Operational Checks
Carefully remove coking to assure
nozzle functions property.
A damaged tip must be replaced.

After returning the heater system to its original configuration, you move to the power-on checks. External power should be used to preclude excessive drain on the battery or misleading indications caused by a weak battery. Follow the appropriate aircraft operator's manual or the maintenance manual for this check.
Apply power to the heater system by engaging the "Master On" switch. The "Heater Out" light should illuminate. Check the operation of the blower assemblies. Look for unusual vibrations and stuck or rubbing fan wheels. Check for leaks in the combustion inlet line by using a soap and water spray. Check the airflow at the exhaust and cabin vents. If the airflow feels inadequate or slower than normal, check your ductwork connections for tight fittings and obstructions and take another look at your blower motors. Check the motors' current draw; excessive current draw is a sign of a weak motor. If you did not look at the brushes before, look at them now. Verify proper voltage at the motor as well. Remember, airflows and, therefore the blower motors, are critical to the heater's performance.
Next, you energize the "Heater Start Switch." The "Heater Out Light" should go out and the "Heater Running" light should illuminate. The heater will "light off" and continue to operate. While the heater is running, take a look at the exhaust for evidence of smoke. There should be little, if any, smoke at the exhaust. If there is, remember we are talking primarily about either a combustion air or fuel problem. The problem could be coking on the nozzle. The nozzle can be removed and cleaned, but be careful not to damage the nozzle tip. Do not use a wire or wire brush to clean the nozzle face or orifice. The nozzle is critical to the heater's proper operation. Any damage to the nozzle's orifice is grounds to replace the nozzle - it is not repairable.
Follow the manual for shutdown of the heater and note that the indicator lights operate correctly. Allow the blowers to continue to run for a couple of minutes. This cool down helps to prevent metal stresses and purge the combustion chamber of any remaining exhaust or fuel.

Always look for the interaction of the four separate sub-systems (ventilation blower, combustion blower, fuel system, ignition system) in relation to the heater's performance. The manual's troubleshooting steps begins with checking for power to the system. Use external power and make sure the master switch is on and has continuity. Then, with just a multi-meter and the wiring diagram, most problems can be pinpointed quickly.
For example, the heater fails to light. If there is power available there may be a shortage of airflow from the combustion blower. Check for duct leaks, fan operation and current draw on the motor. There could be an open in the circuit at either the combustion pressure switch, cycling switch, duct switch, or overheat switch. These can be checked using a multi-meter. The fuel system possible causes include insufficient fuel pressure (check the pump for proper operation and sufficient power), faulty regulator, fuel solenoid inoperative, or a restriction in the fuel nozzle, fuel lines, or the fuel filter. The only thing left to check is the operability of the ignition unit. The heater needs combustion air, proper fuel pressures, and good ignition to start. Those three elements must remain constant and ventilation air must be present for sustained operations.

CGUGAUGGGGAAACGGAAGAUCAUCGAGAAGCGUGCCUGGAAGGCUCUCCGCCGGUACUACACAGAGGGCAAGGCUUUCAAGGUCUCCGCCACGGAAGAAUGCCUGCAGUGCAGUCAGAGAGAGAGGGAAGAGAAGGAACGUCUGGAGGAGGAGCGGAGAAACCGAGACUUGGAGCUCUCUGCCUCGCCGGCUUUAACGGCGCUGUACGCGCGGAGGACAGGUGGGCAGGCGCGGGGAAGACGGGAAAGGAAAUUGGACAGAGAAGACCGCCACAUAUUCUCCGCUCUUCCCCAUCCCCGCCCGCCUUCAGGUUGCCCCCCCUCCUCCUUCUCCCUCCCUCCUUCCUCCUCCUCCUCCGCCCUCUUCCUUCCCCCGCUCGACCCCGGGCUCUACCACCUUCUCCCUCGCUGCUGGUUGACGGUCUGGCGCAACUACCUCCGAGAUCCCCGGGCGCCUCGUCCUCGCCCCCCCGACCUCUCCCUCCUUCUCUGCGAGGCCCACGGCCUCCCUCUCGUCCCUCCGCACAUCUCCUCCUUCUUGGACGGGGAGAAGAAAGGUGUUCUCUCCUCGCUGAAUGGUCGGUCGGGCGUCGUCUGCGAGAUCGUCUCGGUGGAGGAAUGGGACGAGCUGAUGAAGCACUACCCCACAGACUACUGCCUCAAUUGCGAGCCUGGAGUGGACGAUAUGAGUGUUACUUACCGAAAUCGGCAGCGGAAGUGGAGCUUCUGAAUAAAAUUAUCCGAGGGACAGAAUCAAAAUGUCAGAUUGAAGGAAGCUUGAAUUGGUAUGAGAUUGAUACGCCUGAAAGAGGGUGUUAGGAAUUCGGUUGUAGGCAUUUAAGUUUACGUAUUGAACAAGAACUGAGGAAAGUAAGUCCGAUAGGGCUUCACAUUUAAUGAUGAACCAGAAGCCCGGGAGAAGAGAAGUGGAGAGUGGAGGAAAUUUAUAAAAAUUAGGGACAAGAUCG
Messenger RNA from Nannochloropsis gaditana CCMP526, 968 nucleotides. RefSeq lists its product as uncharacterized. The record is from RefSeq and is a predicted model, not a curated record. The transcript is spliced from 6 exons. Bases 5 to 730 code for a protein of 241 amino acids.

If the heater starts and then goes out, the problem could be related to either any of the thermal switches (cycling, overheat, combustion pressure, or duct). Or, it could be caused by either low voltage (use external power) or lack of fuel at heater. It could also be a lack of vent air. If the heater has sufficient combustion air and fuel, plus spark, the combustion process will begin. If the vent blower is inoperative, then the heater will build up heat so quickly and trip either the cycling switch or the overheat switch. The overheat switch has a manual reset, but it is not recommended to keep resetting the switch. The problem must be resolved and the overheat switch should be replaced.
If the heater burns unsteadily, the potential solutions are incorrect fuel pressure, sporadic operation of the ignition unit, faulty spark plug, fluctuating combustion airflows, and either a loose or restricted fuel nozzle. If the heater fails to shut off, the culprit is either a fuel solenoid stuck in the open position, an inoperative duct and cycling switch, or a defective master switch. Problems with either of the blower motors are approached the same way. Power to the motor (switch on, circuit breaker closed, external power, and continuity) is first. Overly worn brushes, defective radio noise filter, or burned out motors result in a loss of the blower assembly. The last two potential causes of blower motor difficulty are jammed blower wheels or a bad ground connection.

Efficient and safe operation
Prolonged heater performance is achieved by proper maintenance and a good understanding of systems. Preflight, periodic and preventative maintenance are all key ingredients to an efficient and safe operating heater. The 100-hour preventative maintenance checks serve as the appropriate guidelines for pre-season heater checks when the actual inspection is not required.